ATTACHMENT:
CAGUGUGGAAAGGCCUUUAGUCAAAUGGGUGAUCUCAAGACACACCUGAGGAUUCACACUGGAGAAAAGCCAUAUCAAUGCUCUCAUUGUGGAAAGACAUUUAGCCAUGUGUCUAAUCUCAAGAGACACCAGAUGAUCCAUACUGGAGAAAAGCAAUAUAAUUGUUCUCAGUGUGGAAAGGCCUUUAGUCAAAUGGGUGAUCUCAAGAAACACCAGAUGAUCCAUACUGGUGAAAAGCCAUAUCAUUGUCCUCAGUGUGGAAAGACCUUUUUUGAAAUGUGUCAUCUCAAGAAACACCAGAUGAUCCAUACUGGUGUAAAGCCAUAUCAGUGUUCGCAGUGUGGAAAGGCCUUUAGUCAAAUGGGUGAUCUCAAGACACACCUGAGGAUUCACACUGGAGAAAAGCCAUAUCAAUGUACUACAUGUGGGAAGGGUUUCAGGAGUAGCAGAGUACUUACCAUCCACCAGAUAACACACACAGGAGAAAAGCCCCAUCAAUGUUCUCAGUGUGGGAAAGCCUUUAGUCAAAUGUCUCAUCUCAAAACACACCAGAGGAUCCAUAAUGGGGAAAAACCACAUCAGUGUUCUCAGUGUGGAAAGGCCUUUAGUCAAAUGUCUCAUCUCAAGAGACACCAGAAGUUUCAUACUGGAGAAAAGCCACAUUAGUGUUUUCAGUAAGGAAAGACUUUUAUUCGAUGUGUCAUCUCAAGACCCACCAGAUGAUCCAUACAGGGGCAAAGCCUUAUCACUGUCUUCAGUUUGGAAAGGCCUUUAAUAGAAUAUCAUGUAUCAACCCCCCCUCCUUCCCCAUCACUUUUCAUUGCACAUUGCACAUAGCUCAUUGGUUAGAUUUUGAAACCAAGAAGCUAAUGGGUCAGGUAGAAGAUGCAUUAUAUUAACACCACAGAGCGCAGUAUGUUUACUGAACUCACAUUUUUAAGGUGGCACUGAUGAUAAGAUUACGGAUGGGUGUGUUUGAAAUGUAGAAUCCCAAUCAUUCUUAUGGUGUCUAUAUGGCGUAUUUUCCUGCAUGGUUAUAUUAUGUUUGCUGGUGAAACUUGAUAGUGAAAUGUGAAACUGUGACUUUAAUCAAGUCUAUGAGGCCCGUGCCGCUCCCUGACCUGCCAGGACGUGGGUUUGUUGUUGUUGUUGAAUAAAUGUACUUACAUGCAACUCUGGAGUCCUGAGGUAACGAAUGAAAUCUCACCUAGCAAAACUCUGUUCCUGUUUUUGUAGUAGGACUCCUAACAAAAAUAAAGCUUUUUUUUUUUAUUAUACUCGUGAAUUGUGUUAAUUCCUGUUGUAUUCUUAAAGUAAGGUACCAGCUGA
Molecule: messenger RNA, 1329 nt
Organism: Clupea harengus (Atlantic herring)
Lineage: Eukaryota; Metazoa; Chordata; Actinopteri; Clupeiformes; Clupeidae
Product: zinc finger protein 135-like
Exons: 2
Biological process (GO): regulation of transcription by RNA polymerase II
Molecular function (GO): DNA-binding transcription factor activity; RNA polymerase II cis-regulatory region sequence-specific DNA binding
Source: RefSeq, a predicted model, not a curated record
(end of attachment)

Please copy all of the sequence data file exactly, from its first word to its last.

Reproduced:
CAGUGUGGAAAGGCCUUUAGUCAAAUGGGUGAUCUCAAGACACACCUGAGGAUUCACACUGGAGAAAAGCCAUAUCAAUGCUCUCAUUGUGGAAAGACAUUUAGCCAUGUGUCUAAUCUCAAGAGACACCAGAUGAUCCAUACUGGAGAAAAGCAAUAUAAUUGUUCUCAGUGUGGAAAGGCCUUUAGUCAAAUGGGUGAUCUCAAGAAACACCAGAUGAUCCAUACUGGUGAAAAGCCAUAUCAUUGUCCUCAGUGUGGAAAGACCUUUUUUGAAAUGUGUCAUCUCAAGAAACACCAGAUGAUCCAUACUGGUGUAAAGCCAUAUCAGUGUUCGCAGUGUGGAAAGGCCUUUAGUCAAAUGGGUGAUCUCAAGACACACCUGAGGAUUCACACUGGAGAAAAGCCAUAUCAAUGUACUACAUGUGGGAAGGGUUUCAGGAGUAGCAGAGUACUUACCAUCCACCAGAUAACACACACAGGAGAAAAGCCCCAUCAAUGUUCUCAGUGUGGGAAAGCCUUUAGUCAAAUGUCUCAUCUCAAAACACACCAGAGGAUCCAUAAUGGGGAAAAACCACAUCAGUGUUCUCAGUGUGGAAAGGCCUUUAGUCAAAUGUCUCAUCUCAAGAGACACCAGAAGUUUCAUACUGGAGAAAAGCCACAUUAGUGUUUUCAGUAAGGAAAGACUUUUAUUCGAUGUGUCAUCUCAAGACCCACCAGAUGAUCCAUACAGGGGCAAAGCCUUAUCACUGUCUUCAGUUUGGAAAGGCCUUUAAUAGAAUAUCAUGUAUCAACCCCCCCUCCUUCCCCAUCACUUUUCAUUGCACAUUGCACAUAGCUCAUUGGUUAGAUUUUGAAACCAAGAAGCUAAUGGGUCAGGUAGAAGAUGCAUUAUAUUAACACCACAGAGCGCAGUAUGUUUACUGAACUCACAUUUUUAAGGUGGCACUGAUGAUAAGAUUACGGAUGGGUGUGUUUGAAAUGUAGAAUCCCAAUCAUUCUUAUGGUGUCUAUAUGGCGUAUUUUCCUGCAUGGUUAUAUUAUGUUUGCUGGUGAAACUUGAUAGUGAAAUGUGAAACUGUGACUUUAAUCAAGUCUAUGAGGCCCGUGCCGCUCCCUGACCUGCCAGGACGUGGGUUUGUUGUUGUUGUUGAAUAAAUGUACUUACAUGCAACUCUGGAGUCCUGAGGUAACGAAUGAAAUCUCACCUAGCAAAACUCUGUUCCUGUUUUUGUAGUAGGACUCCUAACAAAAAUAAAGCUUUUUUUUUUUAUUAUACUCGUGAAUUGUGUUAAUUCCUGUUGUAUUCUUAAAGUAAGGUACCAGCUGA
Molecule: messenger RNA, 1329 nt
Organism: Clupea harengus (Atlantic herring)
Lineage: Eukaryota; Metazoa; Chordata; Actinopteri; Clupeiformes; Clupeidae
Product: zinc finger protein 135-like
Exons: 2
Biological process (GO): regulation of transcription by RNA polymerase II
Molecular function (GO): DNA-binding transcription factor activity; RNA polymerase II cis-regulatory region sequence-specific DNA binding
Source: RefSeq, a predicted model, not a curated record